Welcome to the new Independent website. We hope you enjoy it and we value your feedback. Please contact us here.


Ben Jones-Bishop: Wing who is back after fracturing skull aims to turn heads at Wembley

Following a horrific injury run, the Leeds man is due some luck against Wigan this weekend

His boyish looks and effortless stride on the field might belie it, but Ben Jones-Bishop has got to Wembley the hard way. Jones-Bishop, who will play on the wing for Leeds in Saturday's Challenge Cup final against Wigan, celebrated his 23rd birthday this week. He has packed rather a lot into that young career – not all of it easy to deal with.

At 16, he lost his place on Leeds' scholarship scheme. "Their decision – I just hadn't grown enough. So I went back to my amateur club at Queens, played OK and got taken back at 18."

There was still no obviously quick and easy way into the star-studded Rhinos team for an aspiring young outside back, so he had to take another route. At the start of last season, still with only a handful of first-team appearances behind him, he went on loan to Harlequins. That had the benefit of giving him regular Super League rugby and also made him the Leeds player best acquainted with the coaching of Brian McDermott, who this season took over at Headingley. "He took a bit of a gamble on me, with me not having played much first-team football," Jones-Bishop says.

If it was a gamble, it was one that paid off swiftly, with the newcomer playing so well at full-back that McDermott, not given to throwing praise around like confetti, was soon touting him as an England player. "It was a bit of a surprise when I saw that, because I felt I was just starting out, but it was a definite boost."

That dream had to be put to one side in April, however, when Jones-Bishop suffered the sort of horrific injury that could have finished a less determined young man.

It was in the first half of the match at Saturday's opponents, Wigan, that he had an apparently innocuous clash of heads with the Warriors' forward, Lee Mossop. "I didn't think anything of it and I played on for the 25 minutes to half-time. But in the changing rooms I had a headache and felt generally a bit rubbish. The doctor looked at it and told me I'd got a fractured skull."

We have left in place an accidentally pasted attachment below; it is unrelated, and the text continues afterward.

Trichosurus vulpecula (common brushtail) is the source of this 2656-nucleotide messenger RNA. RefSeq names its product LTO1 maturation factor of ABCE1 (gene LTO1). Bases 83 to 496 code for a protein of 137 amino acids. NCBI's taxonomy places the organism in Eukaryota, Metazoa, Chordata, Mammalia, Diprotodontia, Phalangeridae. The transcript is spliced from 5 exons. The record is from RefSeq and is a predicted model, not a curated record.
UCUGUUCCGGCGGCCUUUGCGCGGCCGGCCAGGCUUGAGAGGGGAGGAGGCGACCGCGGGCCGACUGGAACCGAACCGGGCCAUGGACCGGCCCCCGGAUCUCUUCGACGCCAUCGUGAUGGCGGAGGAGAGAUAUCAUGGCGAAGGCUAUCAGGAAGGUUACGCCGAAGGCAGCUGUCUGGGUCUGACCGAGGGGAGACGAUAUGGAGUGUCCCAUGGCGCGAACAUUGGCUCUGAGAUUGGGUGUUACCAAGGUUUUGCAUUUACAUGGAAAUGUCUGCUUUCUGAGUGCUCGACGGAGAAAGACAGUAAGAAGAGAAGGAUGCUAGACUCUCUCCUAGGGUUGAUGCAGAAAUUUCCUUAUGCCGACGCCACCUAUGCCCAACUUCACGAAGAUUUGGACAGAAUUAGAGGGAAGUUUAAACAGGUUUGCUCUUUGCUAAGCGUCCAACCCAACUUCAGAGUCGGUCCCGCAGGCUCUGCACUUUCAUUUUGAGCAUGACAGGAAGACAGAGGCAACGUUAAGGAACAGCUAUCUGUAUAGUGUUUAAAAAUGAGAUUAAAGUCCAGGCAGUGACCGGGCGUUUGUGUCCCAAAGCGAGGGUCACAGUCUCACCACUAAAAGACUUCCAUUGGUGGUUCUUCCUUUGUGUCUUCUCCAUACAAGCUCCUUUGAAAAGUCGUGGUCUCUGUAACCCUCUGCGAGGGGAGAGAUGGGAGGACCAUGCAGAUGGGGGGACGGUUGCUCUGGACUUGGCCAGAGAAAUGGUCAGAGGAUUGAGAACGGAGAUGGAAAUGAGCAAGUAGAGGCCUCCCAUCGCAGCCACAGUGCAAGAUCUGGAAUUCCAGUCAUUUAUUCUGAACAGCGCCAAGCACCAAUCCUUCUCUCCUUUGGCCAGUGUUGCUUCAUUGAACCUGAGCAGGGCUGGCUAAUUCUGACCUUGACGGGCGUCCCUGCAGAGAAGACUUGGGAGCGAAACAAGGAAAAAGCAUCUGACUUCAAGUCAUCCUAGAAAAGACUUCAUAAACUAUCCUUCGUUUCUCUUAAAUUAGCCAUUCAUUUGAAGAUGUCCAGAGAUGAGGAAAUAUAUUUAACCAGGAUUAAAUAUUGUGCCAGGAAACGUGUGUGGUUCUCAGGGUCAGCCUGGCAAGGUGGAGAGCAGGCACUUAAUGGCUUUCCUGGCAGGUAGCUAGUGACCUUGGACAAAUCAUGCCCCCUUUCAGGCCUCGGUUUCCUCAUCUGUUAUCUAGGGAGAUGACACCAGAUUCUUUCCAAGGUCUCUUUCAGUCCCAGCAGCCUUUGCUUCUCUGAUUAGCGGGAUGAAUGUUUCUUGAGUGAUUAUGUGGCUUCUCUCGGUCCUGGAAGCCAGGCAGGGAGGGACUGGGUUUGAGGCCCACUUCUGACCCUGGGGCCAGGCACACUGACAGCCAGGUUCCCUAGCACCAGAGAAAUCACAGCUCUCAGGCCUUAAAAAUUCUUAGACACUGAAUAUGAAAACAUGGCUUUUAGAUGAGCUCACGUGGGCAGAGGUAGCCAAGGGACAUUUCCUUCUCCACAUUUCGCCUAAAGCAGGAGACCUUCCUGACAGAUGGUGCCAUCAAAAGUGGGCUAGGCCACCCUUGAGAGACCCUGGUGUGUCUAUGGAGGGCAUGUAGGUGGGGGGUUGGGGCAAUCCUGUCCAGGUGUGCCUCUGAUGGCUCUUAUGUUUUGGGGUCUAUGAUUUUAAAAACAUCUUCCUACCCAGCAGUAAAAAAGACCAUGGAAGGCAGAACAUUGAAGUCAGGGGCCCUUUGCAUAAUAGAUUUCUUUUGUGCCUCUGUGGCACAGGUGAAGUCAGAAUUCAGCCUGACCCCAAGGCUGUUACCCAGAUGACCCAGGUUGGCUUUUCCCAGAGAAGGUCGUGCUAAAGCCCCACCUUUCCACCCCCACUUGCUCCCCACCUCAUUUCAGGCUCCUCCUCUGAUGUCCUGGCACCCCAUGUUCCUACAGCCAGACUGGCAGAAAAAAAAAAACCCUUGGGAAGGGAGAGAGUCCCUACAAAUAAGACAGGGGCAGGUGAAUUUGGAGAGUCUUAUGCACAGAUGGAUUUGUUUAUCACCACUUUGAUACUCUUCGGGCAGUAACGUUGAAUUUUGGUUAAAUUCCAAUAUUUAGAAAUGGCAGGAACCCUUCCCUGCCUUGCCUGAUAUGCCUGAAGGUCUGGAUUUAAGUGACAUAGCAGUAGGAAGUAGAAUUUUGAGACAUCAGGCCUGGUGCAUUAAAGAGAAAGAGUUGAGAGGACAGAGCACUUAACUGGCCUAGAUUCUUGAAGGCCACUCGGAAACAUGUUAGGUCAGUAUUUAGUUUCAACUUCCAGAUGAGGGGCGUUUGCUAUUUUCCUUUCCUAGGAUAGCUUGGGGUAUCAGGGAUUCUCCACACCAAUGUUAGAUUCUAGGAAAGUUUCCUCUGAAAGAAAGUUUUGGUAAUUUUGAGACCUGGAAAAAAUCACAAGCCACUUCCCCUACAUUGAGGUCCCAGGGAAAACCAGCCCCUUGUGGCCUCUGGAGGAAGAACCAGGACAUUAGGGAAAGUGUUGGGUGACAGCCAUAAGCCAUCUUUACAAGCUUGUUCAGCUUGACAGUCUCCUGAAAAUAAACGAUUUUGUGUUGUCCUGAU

Jones-Bishop was taken to hospital, leaving his family distressed by reports that he had "a hole in his head". "Lee Mossop's head must be a lot harder than mine," he says. "I'll be keeping out of his way at Wembley!"

The damage was between his eyes, not far from the bridge of his nose; according to him, not a bad place to fracture your skull, if you have to do it. There is little to see now, but there are three metal plates holding everything in place. He also wears head protection on medical advice, but otherwise carries on as normal.

Leeds had already decided to bring him back from his productive exile in London before they appointed McDermott as head coach in succession to the departing New Zealander Brian McClennan.

For Jones-Bishop, it was an overdue stroke of luck. "When I knew I was going back to Leeds, I thought I'd have to prove myself all over again to a new coach. But then Brian got the job and he'd already shown a lot of confidence in me."

That confidence is in the process of being repaid, but only after another major setback – a dislocated shoulder a couple of months into the season. "It was just a matter of working hard to get right again. I got back after eight weeks, which was four weeks ahead of schedule."

Since then, he has been making up for lost time, tying down the Rhinos' right-wing spot ahead of other candidates like the England international Lee Smith, and the highly-promising Featherstone recruit Zak Hardaker.

Part of the reason is that, apart from his pace and grace on the ball, Jones-Bishop is probably best equipped to deal with the inevitable onslaught of kicks aimed at Wigan's prolific wingman Pat Richards. "They score a lot of points through that, so I'll need to be ready," says Jones-Bishop, who amidst his burgeoning career has found time to earn a degree in Sports Science from Sheffield Hallam University. "My mum's a big believer in education."

His rugby league education has been a stop-start affair and he faces his most searching examination on Saturday. In one sense, it is the relative inexperience of players like him and – if he is fit – his centre partner Kallum Watkins that could be their great asset on the day.

If senior Rhinos are still haunted by their failure against Warrington last season – they lost 30-6 – then Jones-Bishop sees it all differently. "They can draw motivation from that, but it's all new to me," he says. It's the sort of optimism Leeds will need to stage a great Wembley upset.